Alberta introduces bill to change overtime pay, reduce youth minimum wage

The $15 rate, the highest in Canada, would remain in place for everyone else

Alberta is cutting the minimum wage for young workers and making other changes to overtime, holiday pay and votes for union certification.

Premier Jason Kenney’s United Conservative government has introduced a bill, which if passed would reduce the minimum wage for workers aged 13 to 17 to $13 an hour from $15 an hour, starting June 26.

The $15 rate, the highest in Canada, would remain in place for everyone else.

Kenney says the deal still gives a good wage to young Albertans compared to other provinces, while giving employers resources to hire more of them.

ALSO READ: B.C. to increase minimum wage to $15.20/hour in 2021

“Look — 13 bucks an hour — that’s a heck of a lot more than zero bucks an hour. And that’s the option here,” Kenney told reporters after the Open for Business Act was tabled in the legislature Monday.

“We’ve got 30,000 young Albertans here out of work. We want to get them their first job experience. We’re talking about part-time, teenagers who are typically in high school, working typically 20 hours a week or less.”

Under the former NDP government, Alberta’s minimum wage rose to $15 an hour from $10.20. Rachel Notley, then premier and now Opposition leader, argued the hike was critical because workers were owed a living wage.

Notley said Monday the age-based tier is unfair given that some students may have as many financial obligations as adults, or at least want to start saving for their future education and other necessities.

“Albertans, young or old, deserve equal pay for equal work,” she said. “Rolling back the minimum wage for young people demonstrates a lack of compassion and, quite frankly, a lack of respect.”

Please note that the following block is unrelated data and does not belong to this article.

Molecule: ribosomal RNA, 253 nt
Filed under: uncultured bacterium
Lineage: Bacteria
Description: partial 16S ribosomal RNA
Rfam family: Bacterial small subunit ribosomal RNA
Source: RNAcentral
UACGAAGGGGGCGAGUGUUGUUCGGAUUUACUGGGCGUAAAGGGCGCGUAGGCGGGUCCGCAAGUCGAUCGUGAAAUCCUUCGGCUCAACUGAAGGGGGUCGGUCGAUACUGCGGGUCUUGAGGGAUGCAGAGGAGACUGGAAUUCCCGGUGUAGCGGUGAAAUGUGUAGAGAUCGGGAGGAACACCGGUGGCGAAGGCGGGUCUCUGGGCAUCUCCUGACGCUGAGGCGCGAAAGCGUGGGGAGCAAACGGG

The bill also proposes to cancel changes instituted by Notley’s government on overtime, allowing it to be paid out as straight time rather than time-and-a-half.

Kenney said it gives employers more flexibility to give workers more hours, and therefore more pay, if they choose.

“It’s a flexibility tool that we’ve always had in Alberta, until just a year ago,” he said.

Notley called it a major rollback of potential earnings for 400,000 workers, particularly in the oil and gas and construction sectors.

“The average oil and gas worker could lose $2,500 on a 12-week project, if forced to bank that (over)time at straight time,” she said.

There are other proposed changes.

Under the bill, only employees who regularly work on a general holiday will be entitled to receive holiday pay.

The eligibility period to qualify for statutory holiday pay is also changing. Currently, as soon as an employee is hired, they are eligible. Under the proposed legislation, an employee has to have worked 30 days over the preceding year to qualify.

The bill would also restore a mandatory secret ballot for all union certification votes.

And it is proposing to return to a 90-day period for unions to provide evidence of employee support for certification.

Gil McGowan of the Alberta Federation of Labour said the changes to youth and overtime pay are self-defeating.

“Cutting wages and cutting jobs won’t strengthen the Alberta economy. It will weaken it,” he said.

Dean Bennett, The Canadian Press

Like us on Facebook and follow us on Twitter.

Just Posted

Australian gold mining giant acquires Red Chris mine

Newcrest now owns 70 per cent of the mine south of Iskut and operatorship

Teen sexually assaulted at Radley Beach

A sexual assault took place at Radley Beach in Burns Lake on… Continue reading

18-year old Vanderhoof woman arrested following stabbing

The incident occured on Aug 14 in Prince George

User groups frustrated with the district over their lack of communication

Two residents in the community are frustrated with the district’s staff over… Continue reading

Clean the house, prep for your next trip: Tips to nix the post-vacation blues

48 per cent of travellers are already stressed about ‘normal life’ while still on their trip

More women may need breast cancer gene test, U.S. guidelines say

Recommendations aimed at women who’ve been treated for BRCA-related cancers and are now cancer-free

Couple could go to jail for taking 88 lbs. of Italian sand

Pair said they didn’t know it was illegal to take the sand, which is protected as a public good

Bodies of two missing Surrey men found near Ashcroft: RCMP

Ryan Provencher and Richard Scurr have been missing since July 17

B.C. manhunt suspects left cellphone video before they died: family

Family member says Kam McLeod, Bryer Schmegelsky recorded final wishes

VIDEO: RCMP unveil new, state-of-the-art forensics lab

The laboratory is expected to handle thousands of forensic services from across Canada annually

Scheer promises EI tax credit for new parents if Conservatives form government

The government currently taxes employment insurance benefits for new parents

Most Read